FROM THE BACK OF THE BOOK: On the remote Islet of Mt. Banke, there is a thriving backwoods community of reformed murderers, rapists, and thieves. The doctor who leads this motley band of castoffs toils ceaselessly to atone for his own terrible sins—which have marked him, body and soul. When their idyllic existence is threatened by unstoppable forces, wrongs are done which cannot be made right again. So begins a strange and dangerous journey into the blackened heart of mind and man.
Following is the first chapter of Benjamin J. Gohs’ newest novel—Toynbee, a dark literary thriller set in Benjamin’s home state of Michigan.
When the man was a boy, he would whisper his hurts under the clammy plastic lid of a rusty coffee can at bedtime because grandma said this catched them up, and to worry only if they could be heard of the morning—for, if not, such worries were gone and could be forgotten.
Next dawn, always, little him unearthed that urn of woe from the barrow of old shoes, dirty socks, and broken toys in the back of his closet. And him, fledgling yogi, sat with ceremonial reverence to contemplate such transcendental answering service. Ever certain that, with each lift of lid, the boy would hear, upon a sour wind of Maxwell House and tin, his dreaded other.
That he never did hear, in those early years, afeared him utterly. For to wait was to suffer. Amassing by the silent tectonics of anxiety some doomed architecture. Each man his own head engineer. Sightless bugaboos of a lifetime stacked in stretcher bond. Cold sweats and diarrhea for mortar.
Worse yet—and worse still—where did all those fears go? How many burlap sacks could they bulge? Same place all those sounds went, he supposed. To some eternal scrapyard of heartbreak and neglect, catalogued and shelved by the hundred like discarded Buicks stripped down to their frames. By the thousand. By the thousand-thousand.
Such gremlins could be put out of sight, but he wasn’t convinced they weren’t merely waiting for him down the road. Lurking. Plotting. Like the menacing creatures on an old WWII poster which had hung in his grandfather’s wood shop. How did the admonition go? “Square corners and gremlins play. Round corners, they stay away.” And, so, he listened extra hard at the beveled rim, breathing silently through open mouth to, yes, avoid the burnt metallic funk. But moreso for fear they might hear.
If anyone could hear the ghost of a whisper, it was he. His own kid sister had for years marveled at his super hearing. Their parents had had to be more careful about where they held their terse talks if they hoped to keep such confabs clandestine. Super? Perhaps just a little bit better than everyone else’s. But wasn’t that really all “super” was? A little bit better.
Heard things, sometimes, he didn’t want to hear. Wasn’t supposed to hear. Tried to unhear them. But the more he struggled not to listen to the far-off cries and the angry grunts and the noxious syllables, the more the dizzying fists of black cotton squeezed his brain until the pressure threatened to pop his head.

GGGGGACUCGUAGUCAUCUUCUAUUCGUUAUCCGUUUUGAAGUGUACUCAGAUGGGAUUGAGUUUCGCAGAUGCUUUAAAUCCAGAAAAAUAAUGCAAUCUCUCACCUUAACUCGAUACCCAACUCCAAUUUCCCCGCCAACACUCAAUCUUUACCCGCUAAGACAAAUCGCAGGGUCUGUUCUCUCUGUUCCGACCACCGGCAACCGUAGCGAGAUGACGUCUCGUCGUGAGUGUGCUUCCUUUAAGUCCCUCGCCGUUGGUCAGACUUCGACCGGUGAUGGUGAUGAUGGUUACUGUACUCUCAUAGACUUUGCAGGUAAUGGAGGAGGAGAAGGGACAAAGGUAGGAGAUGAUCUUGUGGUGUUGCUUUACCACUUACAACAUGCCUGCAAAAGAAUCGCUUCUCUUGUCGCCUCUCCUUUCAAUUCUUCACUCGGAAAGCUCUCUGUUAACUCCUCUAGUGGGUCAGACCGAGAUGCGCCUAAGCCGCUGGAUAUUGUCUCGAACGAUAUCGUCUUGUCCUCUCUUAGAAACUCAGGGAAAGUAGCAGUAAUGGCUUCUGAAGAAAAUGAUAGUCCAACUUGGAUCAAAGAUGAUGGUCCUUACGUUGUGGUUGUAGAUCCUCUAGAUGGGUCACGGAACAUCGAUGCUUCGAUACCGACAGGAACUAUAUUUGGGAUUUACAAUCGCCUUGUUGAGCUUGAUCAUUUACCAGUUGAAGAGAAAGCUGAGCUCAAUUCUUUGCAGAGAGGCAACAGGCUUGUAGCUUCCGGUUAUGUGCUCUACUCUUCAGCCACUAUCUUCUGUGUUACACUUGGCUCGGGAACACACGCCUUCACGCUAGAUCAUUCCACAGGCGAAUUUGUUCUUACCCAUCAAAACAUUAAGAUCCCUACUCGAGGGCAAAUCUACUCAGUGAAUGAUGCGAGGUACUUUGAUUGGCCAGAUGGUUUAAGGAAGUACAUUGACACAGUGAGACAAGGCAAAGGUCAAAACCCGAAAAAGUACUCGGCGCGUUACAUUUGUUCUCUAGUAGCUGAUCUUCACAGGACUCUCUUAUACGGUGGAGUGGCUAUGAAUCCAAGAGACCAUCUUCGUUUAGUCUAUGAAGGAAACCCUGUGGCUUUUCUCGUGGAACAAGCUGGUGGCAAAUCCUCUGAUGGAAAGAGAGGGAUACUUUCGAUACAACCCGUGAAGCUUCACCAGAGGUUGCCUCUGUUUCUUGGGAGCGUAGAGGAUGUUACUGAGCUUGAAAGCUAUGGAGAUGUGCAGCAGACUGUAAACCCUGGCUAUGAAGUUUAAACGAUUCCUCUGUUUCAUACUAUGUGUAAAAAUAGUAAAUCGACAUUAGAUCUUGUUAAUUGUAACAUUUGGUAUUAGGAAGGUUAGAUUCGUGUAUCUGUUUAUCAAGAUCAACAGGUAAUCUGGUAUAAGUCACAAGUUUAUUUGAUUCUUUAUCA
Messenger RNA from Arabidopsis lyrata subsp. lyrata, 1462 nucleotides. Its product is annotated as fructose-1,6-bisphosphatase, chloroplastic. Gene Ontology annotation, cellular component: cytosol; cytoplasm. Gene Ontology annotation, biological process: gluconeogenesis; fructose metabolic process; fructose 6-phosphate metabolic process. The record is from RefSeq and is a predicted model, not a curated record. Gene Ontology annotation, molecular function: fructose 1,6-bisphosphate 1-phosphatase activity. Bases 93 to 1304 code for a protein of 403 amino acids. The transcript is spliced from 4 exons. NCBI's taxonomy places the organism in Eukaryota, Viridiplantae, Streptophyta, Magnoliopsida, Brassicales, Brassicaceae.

Earaches a constant problem in his youth. All the doctor could do was administer bubblegum flavored colloidal suspension and repeat to the boy’s worried mother that he had slightly larger than average ear canals that let in too much water. Also liked to point out, in an unsolicited manner, the obvious that the boy’s ears themselves were fit for a man in his sixties—almost cartoonishly large—though he would grow into them.
As he got older, the boy mostly outgrew his need or maybe just his want to confide thusly. Talking into a coffee can before bedtime was surely a signpost of madness. Regardless of its perceived catharsis.
But the wondering never had left him. Where went the sound? He’d only done it a couple of times since boyhood. Once, as a sophomore in high school, he dug the can up from the pile of shoddy in the back of his shrinking closet, put his ear to the rim, and lifted the lid just enough to hear that pretender to the sea.
No matter how old he got, he would always hold his breath. Convinced the specters of his own lips stood poised to warm his pink earlobe with their dread echo. And each time, until that last time, he was saved again and again. But that last time. That final time. The words, if they could be called, hadn’t made any sense in the moment. And by the time they would have been apropos, perhaps even useful, they’d long left his memory.
How long was the life of sound? That is, how long will sound travel—how far—before the sound becomes inert? Before it stops making sound? How long could a sound stay fresh in a can? He thought maybe an atomic scientist, or some high-ranking clergy might know such a thing, but he didn’t know any of those either. For a while, he pretended he wasn’t really sure that he’d heard what he heard.
After that, he could hear trouble coming. Not the constituent vibrations of mayhem—gunshots, breaking glass, squealing tires, screaming babies—but the amplitude of trouble itself, the trough and crest of tribulation cycling on the wind. He’d always thought of it as hearing the future. Sort of but not really. More like a dry branch working itself through the lead paint of a second-story eve on a gusty night. That the tree was telling you a storm was coming wasn’t magic. But it was something.
Neither had he tried it even once since coming to this place over thirty years ago. Not that he hadn’t been tempted.
And after tonight?